In Pennsylvania, Partnership is Creating a Win Win Win WinBy: Amos S. Eno
How to make economic downturn and urban environmental problems turn into dynamic locally based action for change.
What do you have when you combine mowers, paint, augers, zip ties, bird nets, round-up, buckets, shovels, mulch, educational signs, public radio, scientific research, natural resource agencies, a supportive city government, plus local citizen and student volunteers? You have an incredibly powerful force for change! What kind of change? Tree planting to revitalize urban communities across the Keystone State.
In what amounts to a win win win win for Pennsylvania’s communities, environment, agencies, companies and nonprofits, a 7-year-old tree planting partnership is achieving:
- improved water and urban environmental conditions
- community benefits, both social and economic
- mission accomplishment by Pennsylvania natural resource agencies
- benefits for nonprofit radio stations who recruit members, volunteers, and donations while providing recognition of corporate sponsors
WITF public radio station invited volunteers to come out on Saturday, April 30, 2011 to plant trees along an urban stream. Treevitalize
, organized the plantings in concert with local agencies, in this case, the City of York and the York County Conservation District
Founded in 2004 b
y the Pennsylvania Department of Conservation & Natural Resources
(DCNR), Treevitalize is the Commonwealth’s premier tree planting and citizen education program. Its goal is to plant 1 million trees by 2012 - both large caliper street trees and saplings in urban riparian zones throughout Pennsylvania.
Perhaps more importantly, Treevitalize seeks to train 10,000 volunteers in basic tree care so they can lead additional plantings in their communities. The vision of TreeVitalize is ultimately to establish strong urban forestry partnerships in all 14 Pennsylvania metropolitan areas while building local capacity to sustain and enlarge urban forests.
What was the genesis of all this vital energy? Knowledge and creativity. Knowledge
In 2003, an analysis of the Delaware Valley urban ecosystem found that a 5-county region around Philadelphia had lost 8% of its heavy tree cover over a period of just 15 years. As many people know intuitively, urban trees contribute to quality of
life and economic value in neighborhoods. What science has quantified in recent years is the essential services they provide, even within cities, through absorption of precipitation runoff and capture of pollutants, including the greenhouse gas carbon dioxide.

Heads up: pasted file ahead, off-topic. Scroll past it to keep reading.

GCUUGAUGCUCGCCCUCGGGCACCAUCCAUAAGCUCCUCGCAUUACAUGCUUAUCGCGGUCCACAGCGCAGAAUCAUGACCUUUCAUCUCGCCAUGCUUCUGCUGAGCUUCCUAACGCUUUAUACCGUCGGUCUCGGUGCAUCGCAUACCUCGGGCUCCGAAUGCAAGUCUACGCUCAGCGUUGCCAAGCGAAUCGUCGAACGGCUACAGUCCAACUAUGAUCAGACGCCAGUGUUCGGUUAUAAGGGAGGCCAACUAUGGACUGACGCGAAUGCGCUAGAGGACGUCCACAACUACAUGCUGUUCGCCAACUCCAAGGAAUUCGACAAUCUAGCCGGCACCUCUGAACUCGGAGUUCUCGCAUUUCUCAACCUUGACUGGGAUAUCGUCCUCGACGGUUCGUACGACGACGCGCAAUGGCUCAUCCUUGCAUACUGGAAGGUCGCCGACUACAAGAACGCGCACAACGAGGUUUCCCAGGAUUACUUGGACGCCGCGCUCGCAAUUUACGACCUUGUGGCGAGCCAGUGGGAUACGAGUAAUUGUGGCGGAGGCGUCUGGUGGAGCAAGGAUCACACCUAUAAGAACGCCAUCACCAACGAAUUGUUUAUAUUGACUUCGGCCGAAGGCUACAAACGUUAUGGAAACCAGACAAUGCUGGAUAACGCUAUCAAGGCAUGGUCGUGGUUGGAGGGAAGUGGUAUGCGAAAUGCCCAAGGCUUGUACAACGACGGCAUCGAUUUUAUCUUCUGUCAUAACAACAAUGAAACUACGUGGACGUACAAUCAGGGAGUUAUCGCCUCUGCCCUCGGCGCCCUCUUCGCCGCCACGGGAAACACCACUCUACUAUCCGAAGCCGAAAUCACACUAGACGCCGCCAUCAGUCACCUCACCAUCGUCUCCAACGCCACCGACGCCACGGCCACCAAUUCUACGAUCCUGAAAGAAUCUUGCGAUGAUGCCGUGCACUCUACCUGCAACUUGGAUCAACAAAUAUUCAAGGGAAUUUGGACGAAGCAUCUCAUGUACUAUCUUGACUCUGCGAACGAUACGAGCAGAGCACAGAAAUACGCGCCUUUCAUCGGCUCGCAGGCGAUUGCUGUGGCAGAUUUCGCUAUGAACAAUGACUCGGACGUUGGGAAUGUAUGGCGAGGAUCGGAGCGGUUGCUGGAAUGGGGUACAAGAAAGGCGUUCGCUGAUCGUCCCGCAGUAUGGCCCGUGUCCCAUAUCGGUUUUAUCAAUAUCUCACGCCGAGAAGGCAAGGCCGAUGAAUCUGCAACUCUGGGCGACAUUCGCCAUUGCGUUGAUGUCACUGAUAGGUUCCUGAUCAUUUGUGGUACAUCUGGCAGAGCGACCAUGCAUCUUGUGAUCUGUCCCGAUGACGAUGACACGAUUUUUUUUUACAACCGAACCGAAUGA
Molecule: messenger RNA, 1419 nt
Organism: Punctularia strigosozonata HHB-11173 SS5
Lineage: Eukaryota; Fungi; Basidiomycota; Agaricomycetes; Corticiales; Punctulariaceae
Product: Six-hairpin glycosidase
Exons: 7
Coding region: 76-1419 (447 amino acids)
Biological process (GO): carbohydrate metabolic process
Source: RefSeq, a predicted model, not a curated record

The study estimated that Philadelphia’s tree loss translated into an additional 53 million cubic feet annually of storm water runoff, costing $105 million, as well as reduced absorption of 1.7 million pounds of pollutants, a $3.9 million service. The lost trees also meant the loss of 1,373 tons of carbon sequestration, which leaves that much more greenhouse gas in the atmosphere.Creativity
DCNR’s Treevitalize partnership with radio stations began with a simple question. In response to a central Pennsylvania public radio tree-planting incentive - for tree-planting in California - the folks at DCNR wondered, why not here in Pennsylvania? From that seed of a question grew the Treevitalize program, in which Pennsylvania radio stations provide an incentive for station membership while providing free PR for DCNR’s local conservation efforts, including recruitment of community tree-planting volunteers.
From an initial state grant of $3 million, millions more have been contributed by the US Forest Service, and private corporations and foundations - including Aqua PA, the Philadelphia Eagles, PECO/Exelon and the William Penn Foundation. The initial partnership with WITF radio has expanded to WDIY Allentown, WHYY Philadelphia, and WQED Pittsburgh. Over 230,000 trees have been planted as of April 2011. It has become a showcase for DCNR's goals to "Build and maintain sustainable and attractive communities" and to "Create outdoor connections for citizens and visitors." York’s WITF Woodland
So what happened in York on April 30th? WITF radio succeeded in getting its members to donate $2,380 toward the York tree planting, matched by funds from Treevitalize. York is the fourth "WITF Woodland
" project the radio
station has sponsored.
The morning of the planting, more than 75 volunteers turned out to plant 680 saplings of a dozen native tree and shrub species along Willis Run. The stream is a tributary to Kiwanis Lake, a city bird sanctuary visited by Black Crowned Night Herons. Volunteers arrived to find planting holes already dug, free from weeds, accompanied by plastic tubes to protect young trees from heavy equipment. Organizers had neatly laid out a design that allows for mowing between seedlings - an important means of reducing weed competition in the trees‘ early years.
Volunteers, led by experts trained as group leaders, planted oaks, maples, river birch, sycamore and cypress. Service berry, re
dbud, and dogwood were included in the mix for their spring flowering displays. Why did they come out? As York Mayor Kim Bracey said, “I planted my tree with my grandson so I’ll be able to watch him and the tree grow together. I know which one it is, I have my eye on it.” Another volunteer said simply, “I’ve never been part of such a wonderful event.”
Never let it be said that the economic costs and environmental degradation arising from past decisions cannot be turned around. In Pennsylvania, all it has taken is vision, creative questions, partnerships, and local action - combined with an appreciation for the worth of things like beauty and a sense of community. As one volunteer said, “I’m planting this tree so when I grow up and have kids, I can bring them here and show them what I’ve done.”